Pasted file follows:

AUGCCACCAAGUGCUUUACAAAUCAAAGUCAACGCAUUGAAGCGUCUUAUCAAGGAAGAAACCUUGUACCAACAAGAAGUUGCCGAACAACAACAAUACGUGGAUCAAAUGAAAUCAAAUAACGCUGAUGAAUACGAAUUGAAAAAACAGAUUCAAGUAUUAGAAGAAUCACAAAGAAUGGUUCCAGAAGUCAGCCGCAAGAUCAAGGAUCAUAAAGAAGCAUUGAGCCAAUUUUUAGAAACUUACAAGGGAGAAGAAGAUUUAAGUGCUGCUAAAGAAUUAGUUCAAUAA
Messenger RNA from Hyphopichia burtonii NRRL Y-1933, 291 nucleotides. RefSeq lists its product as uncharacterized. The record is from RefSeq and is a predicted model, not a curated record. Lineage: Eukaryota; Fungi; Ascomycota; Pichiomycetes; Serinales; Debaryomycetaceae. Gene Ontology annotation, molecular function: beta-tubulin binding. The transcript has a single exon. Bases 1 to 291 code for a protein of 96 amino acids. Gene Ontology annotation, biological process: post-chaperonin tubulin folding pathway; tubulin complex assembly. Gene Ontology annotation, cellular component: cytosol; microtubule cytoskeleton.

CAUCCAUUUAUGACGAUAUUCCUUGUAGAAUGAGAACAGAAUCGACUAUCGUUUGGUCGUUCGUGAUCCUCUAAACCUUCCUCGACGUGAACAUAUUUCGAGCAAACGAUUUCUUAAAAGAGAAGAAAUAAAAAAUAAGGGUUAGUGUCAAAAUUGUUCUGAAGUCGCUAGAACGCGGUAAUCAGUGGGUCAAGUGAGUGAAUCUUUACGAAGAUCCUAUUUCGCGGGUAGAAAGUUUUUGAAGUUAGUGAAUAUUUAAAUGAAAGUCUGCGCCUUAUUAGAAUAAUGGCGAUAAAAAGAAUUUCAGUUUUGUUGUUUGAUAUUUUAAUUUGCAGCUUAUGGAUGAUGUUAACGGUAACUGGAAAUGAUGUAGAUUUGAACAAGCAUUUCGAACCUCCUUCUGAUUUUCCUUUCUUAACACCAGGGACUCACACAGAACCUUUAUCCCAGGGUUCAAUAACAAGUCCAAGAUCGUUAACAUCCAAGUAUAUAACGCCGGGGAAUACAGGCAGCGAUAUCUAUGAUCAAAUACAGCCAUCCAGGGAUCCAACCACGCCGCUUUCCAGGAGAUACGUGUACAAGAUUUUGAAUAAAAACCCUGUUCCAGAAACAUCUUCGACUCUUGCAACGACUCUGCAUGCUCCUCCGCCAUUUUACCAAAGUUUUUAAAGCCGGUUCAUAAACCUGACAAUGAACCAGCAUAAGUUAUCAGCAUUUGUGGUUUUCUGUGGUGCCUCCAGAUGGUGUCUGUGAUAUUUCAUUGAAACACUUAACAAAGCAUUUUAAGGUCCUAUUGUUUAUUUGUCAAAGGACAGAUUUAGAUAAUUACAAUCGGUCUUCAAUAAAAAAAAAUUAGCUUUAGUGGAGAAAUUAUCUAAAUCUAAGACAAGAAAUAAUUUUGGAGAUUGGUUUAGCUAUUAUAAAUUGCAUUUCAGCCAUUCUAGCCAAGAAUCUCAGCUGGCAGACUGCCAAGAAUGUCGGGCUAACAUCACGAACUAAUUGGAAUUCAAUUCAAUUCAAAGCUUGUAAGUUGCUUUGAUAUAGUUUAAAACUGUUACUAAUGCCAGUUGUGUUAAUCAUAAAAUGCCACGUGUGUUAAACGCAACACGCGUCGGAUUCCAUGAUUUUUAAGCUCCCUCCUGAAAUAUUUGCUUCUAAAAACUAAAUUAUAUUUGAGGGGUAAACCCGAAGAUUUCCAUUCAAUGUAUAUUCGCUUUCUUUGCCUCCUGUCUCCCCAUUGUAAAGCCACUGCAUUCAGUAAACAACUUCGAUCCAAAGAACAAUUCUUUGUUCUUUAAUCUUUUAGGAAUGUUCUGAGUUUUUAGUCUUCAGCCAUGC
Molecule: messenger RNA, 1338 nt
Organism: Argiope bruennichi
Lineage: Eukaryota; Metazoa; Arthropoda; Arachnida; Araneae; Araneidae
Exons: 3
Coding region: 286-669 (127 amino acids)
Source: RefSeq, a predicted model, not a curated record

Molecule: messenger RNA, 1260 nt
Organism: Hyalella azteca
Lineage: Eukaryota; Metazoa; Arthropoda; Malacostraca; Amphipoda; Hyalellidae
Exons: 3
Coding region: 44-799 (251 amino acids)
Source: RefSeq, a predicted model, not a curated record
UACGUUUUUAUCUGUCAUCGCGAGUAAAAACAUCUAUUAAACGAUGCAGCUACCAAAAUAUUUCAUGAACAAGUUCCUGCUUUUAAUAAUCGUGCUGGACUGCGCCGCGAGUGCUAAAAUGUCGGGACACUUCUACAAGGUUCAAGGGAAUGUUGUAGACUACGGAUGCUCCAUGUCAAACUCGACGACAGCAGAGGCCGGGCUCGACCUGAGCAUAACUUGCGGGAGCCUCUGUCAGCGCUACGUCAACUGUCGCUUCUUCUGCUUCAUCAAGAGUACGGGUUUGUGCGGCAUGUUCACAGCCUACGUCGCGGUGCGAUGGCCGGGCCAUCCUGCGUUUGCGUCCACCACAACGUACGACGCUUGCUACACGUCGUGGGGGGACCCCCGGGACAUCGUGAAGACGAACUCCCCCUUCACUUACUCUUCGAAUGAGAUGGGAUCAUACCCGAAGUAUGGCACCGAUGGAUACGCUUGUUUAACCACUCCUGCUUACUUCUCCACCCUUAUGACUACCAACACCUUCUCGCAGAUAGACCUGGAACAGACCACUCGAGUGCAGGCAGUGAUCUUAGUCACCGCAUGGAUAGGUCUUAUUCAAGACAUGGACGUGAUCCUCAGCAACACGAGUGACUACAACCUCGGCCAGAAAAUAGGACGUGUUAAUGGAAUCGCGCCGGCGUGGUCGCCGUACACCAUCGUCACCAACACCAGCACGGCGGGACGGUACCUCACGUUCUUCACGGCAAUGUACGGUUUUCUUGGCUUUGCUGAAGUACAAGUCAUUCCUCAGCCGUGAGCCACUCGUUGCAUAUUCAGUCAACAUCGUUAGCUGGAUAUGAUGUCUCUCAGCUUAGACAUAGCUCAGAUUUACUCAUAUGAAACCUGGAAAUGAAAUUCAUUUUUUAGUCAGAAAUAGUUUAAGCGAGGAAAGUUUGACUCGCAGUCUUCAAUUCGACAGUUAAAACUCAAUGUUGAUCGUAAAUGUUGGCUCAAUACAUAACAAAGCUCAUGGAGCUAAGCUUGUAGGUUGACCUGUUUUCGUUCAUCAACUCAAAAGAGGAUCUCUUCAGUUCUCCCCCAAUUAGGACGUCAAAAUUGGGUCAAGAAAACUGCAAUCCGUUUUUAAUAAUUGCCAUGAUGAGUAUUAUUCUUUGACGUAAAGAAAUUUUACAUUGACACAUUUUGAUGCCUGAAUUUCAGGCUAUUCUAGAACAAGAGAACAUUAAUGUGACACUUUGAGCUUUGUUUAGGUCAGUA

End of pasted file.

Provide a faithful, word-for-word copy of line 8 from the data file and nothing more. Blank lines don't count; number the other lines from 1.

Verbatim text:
Coding region: 286-669 (127 amino acids)